Nam Et-Phou Louey National Protected Area
A visit to Laos is all about the wild and untamed beauty of the mountains – and it doesn’t get much wilder and more untamed than this. Covering nearly 6,000 square kilometres, Nam Et-Phou Louey provides a haven for endangered animals, including sun bears, white-cheeked gibbons and perhaps even tigers.
Not very catchily named for its two main features, the Nam Et River and Mount Phou Louey, this is the largest of 20 protected areas in Laos: nearly 6,000 square kilometres of forested mountains spanning three different provinces. To safeguard the delicate ecosystems and biodiversity of the region, access to these forests is restricted to organised tours – and there are some amazing options to choose from. One of our favourites takes you into the jungle by night, travelling by longtail boat as you keep your eyes peeled for its nocturnal residents. Another takes you trekking through the cloud forests to the Poung Nyied salt lick, a wildlife hotspot where you can sleep in hanging “nests” in the trees nearby.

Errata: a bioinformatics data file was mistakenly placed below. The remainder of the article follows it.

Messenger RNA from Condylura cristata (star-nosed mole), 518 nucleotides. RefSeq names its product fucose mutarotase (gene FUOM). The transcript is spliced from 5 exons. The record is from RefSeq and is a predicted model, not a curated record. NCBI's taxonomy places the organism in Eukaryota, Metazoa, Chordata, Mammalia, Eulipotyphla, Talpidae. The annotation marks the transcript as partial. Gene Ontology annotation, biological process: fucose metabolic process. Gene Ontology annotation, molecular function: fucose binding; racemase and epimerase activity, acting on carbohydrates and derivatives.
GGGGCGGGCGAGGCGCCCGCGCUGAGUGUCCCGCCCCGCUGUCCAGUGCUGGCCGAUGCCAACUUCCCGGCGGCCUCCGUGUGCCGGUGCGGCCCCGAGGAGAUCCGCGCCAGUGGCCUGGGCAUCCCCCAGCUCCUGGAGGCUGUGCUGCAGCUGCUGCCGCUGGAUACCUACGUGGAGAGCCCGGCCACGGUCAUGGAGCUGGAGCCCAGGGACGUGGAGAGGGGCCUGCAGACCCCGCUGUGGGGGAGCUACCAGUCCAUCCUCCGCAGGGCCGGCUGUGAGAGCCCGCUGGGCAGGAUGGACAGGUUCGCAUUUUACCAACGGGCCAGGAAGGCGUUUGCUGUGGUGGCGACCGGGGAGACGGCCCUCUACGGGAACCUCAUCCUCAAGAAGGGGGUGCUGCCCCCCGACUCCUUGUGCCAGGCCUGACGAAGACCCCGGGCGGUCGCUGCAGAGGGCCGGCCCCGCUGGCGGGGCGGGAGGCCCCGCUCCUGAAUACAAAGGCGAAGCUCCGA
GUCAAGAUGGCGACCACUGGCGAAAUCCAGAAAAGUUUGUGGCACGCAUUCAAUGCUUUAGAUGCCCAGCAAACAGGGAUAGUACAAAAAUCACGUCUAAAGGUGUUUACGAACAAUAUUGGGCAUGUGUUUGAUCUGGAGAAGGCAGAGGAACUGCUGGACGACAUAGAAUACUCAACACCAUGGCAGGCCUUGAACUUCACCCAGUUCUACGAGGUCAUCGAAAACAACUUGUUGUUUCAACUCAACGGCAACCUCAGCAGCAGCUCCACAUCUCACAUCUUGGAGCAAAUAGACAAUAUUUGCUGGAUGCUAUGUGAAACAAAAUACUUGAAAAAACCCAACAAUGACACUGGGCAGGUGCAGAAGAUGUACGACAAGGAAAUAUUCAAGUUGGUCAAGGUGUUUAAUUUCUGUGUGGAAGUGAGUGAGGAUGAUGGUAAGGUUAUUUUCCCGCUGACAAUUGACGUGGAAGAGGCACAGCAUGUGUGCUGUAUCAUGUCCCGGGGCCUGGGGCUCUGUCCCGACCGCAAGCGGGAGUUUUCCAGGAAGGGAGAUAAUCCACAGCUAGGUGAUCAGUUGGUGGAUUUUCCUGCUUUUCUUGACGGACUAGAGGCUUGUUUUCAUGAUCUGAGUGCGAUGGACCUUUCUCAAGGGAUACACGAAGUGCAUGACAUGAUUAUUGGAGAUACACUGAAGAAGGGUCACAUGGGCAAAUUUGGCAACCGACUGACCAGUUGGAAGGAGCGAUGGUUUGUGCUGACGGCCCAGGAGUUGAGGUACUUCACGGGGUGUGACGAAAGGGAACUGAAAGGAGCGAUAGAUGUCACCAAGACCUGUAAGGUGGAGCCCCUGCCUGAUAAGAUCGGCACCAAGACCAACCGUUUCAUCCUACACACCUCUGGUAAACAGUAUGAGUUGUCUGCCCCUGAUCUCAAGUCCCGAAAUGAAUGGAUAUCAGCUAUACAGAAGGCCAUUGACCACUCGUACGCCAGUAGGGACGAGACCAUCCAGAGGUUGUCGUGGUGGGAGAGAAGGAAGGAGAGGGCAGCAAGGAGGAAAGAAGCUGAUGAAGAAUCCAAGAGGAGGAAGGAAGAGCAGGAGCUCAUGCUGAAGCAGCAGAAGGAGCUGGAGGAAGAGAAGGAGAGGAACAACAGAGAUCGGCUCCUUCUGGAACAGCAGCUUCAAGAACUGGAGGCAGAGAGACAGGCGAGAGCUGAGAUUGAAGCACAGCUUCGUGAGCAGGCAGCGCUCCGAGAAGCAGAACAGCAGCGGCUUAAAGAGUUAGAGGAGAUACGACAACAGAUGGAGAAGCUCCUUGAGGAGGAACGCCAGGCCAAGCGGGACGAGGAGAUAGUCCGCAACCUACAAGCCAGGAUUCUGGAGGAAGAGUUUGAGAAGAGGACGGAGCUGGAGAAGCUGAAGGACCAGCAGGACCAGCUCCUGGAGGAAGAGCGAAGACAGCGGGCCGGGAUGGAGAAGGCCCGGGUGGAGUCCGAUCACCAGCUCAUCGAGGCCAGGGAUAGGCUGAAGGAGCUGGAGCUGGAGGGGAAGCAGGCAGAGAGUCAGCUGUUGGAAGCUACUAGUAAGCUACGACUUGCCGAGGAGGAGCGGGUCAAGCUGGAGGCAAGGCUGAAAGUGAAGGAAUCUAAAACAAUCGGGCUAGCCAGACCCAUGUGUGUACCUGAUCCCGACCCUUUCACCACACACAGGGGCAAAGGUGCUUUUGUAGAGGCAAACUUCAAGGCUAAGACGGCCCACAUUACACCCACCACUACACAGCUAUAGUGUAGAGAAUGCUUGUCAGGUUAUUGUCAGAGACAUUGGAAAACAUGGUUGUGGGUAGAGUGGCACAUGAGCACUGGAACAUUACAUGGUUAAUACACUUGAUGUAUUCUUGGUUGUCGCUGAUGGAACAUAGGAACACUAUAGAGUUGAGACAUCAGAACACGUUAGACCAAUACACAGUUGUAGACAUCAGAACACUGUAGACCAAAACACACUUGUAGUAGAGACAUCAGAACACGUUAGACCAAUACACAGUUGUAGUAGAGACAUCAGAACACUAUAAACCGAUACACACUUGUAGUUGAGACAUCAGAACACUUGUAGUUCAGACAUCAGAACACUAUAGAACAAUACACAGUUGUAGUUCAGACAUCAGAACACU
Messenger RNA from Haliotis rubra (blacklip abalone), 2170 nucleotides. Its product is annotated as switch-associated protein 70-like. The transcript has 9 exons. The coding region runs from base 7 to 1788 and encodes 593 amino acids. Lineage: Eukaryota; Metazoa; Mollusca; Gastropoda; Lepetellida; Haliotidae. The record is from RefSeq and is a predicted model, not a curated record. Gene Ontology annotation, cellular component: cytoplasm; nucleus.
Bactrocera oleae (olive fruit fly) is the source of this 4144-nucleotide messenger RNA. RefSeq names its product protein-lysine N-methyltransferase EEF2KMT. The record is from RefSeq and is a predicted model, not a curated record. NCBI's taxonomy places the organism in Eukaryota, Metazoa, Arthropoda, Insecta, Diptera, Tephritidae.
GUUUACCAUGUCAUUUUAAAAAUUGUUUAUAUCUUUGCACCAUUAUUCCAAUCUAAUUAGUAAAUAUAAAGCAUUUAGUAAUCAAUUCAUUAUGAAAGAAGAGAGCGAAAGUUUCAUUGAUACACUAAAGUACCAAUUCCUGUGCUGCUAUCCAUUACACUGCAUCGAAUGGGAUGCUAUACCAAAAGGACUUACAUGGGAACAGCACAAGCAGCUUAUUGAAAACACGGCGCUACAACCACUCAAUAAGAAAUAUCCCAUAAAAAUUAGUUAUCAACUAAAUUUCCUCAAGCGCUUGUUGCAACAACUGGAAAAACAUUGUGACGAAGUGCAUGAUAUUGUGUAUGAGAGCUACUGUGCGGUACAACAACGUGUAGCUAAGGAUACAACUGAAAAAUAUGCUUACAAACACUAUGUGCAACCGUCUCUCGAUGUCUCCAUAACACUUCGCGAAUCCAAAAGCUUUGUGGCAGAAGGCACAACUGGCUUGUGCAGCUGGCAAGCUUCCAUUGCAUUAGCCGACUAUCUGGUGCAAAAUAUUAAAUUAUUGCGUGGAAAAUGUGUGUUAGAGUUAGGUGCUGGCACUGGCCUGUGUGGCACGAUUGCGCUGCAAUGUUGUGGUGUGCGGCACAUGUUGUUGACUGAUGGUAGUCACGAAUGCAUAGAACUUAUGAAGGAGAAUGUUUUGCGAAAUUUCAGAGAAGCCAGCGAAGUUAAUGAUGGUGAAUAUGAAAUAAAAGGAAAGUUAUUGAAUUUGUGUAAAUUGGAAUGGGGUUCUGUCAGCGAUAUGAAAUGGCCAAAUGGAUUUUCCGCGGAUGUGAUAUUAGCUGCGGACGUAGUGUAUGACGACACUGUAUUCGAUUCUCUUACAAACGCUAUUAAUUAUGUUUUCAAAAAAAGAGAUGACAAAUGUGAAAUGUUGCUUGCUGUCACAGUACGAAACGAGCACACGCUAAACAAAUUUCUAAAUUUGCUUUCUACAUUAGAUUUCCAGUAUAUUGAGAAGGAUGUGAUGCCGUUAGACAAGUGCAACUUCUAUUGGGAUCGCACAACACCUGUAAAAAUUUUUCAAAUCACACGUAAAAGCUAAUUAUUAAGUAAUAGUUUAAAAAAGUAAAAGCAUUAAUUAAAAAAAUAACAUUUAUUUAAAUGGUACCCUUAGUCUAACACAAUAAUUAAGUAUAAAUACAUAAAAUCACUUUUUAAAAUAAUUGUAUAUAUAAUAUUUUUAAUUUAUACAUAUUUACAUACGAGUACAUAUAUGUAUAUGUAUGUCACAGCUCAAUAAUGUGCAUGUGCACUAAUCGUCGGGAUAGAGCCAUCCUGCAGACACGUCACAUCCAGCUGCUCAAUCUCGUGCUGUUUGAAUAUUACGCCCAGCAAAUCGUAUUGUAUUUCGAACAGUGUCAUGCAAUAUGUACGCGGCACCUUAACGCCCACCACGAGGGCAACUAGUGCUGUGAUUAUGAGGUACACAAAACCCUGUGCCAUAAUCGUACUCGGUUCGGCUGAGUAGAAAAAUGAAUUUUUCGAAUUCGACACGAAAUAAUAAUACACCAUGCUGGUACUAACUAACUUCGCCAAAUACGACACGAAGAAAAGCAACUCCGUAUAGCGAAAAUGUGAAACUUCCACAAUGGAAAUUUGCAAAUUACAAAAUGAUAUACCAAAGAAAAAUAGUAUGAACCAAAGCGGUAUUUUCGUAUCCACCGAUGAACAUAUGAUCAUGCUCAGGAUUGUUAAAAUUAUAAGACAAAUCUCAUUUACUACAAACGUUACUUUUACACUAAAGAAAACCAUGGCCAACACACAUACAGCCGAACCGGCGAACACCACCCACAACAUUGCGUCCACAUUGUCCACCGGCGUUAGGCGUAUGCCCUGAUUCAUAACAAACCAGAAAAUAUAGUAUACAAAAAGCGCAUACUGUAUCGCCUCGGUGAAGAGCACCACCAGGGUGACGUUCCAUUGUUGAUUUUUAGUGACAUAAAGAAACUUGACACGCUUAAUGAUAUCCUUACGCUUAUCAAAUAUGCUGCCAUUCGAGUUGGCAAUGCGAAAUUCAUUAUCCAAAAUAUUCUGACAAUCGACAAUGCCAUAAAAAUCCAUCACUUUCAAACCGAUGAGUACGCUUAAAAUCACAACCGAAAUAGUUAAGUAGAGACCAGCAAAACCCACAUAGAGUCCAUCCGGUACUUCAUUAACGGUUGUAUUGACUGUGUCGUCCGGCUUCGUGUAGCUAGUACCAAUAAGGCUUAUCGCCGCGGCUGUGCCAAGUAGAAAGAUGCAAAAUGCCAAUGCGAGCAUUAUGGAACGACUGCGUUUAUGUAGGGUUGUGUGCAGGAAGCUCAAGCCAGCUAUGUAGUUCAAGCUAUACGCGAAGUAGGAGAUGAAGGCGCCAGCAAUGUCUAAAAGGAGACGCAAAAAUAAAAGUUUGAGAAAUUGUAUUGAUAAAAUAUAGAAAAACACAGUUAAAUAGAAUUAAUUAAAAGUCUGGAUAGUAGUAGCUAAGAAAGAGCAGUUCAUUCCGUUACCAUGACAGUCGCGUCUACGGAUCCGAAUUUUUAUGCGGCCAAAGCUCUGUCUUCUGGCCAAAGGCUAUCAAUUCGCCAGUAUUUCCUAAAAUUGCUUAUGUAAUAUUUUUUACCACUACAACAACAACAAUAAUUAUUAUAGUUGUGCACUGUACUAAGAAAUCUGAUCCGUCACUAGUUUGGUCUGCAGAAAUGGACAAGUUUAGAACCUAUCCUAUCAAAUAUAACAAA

Nam Et-Phou Louey is one of the last remaining habitats for countless endangered species, including Asiatic black bears, slow loris, white-cheeked gibbons, and perhaps even Indochinese tigers (though in the latter case, no camera trap photos have been caught in over a decade). We like to think they’re still out there – but regardless, protecting this ecosystem is imperative to the survival of countless species, and ecotourism may be the only answer. A trip to the jungle isn’t just one of the most memorable experiences you can have in Laos: it’s a way to ensure its survival.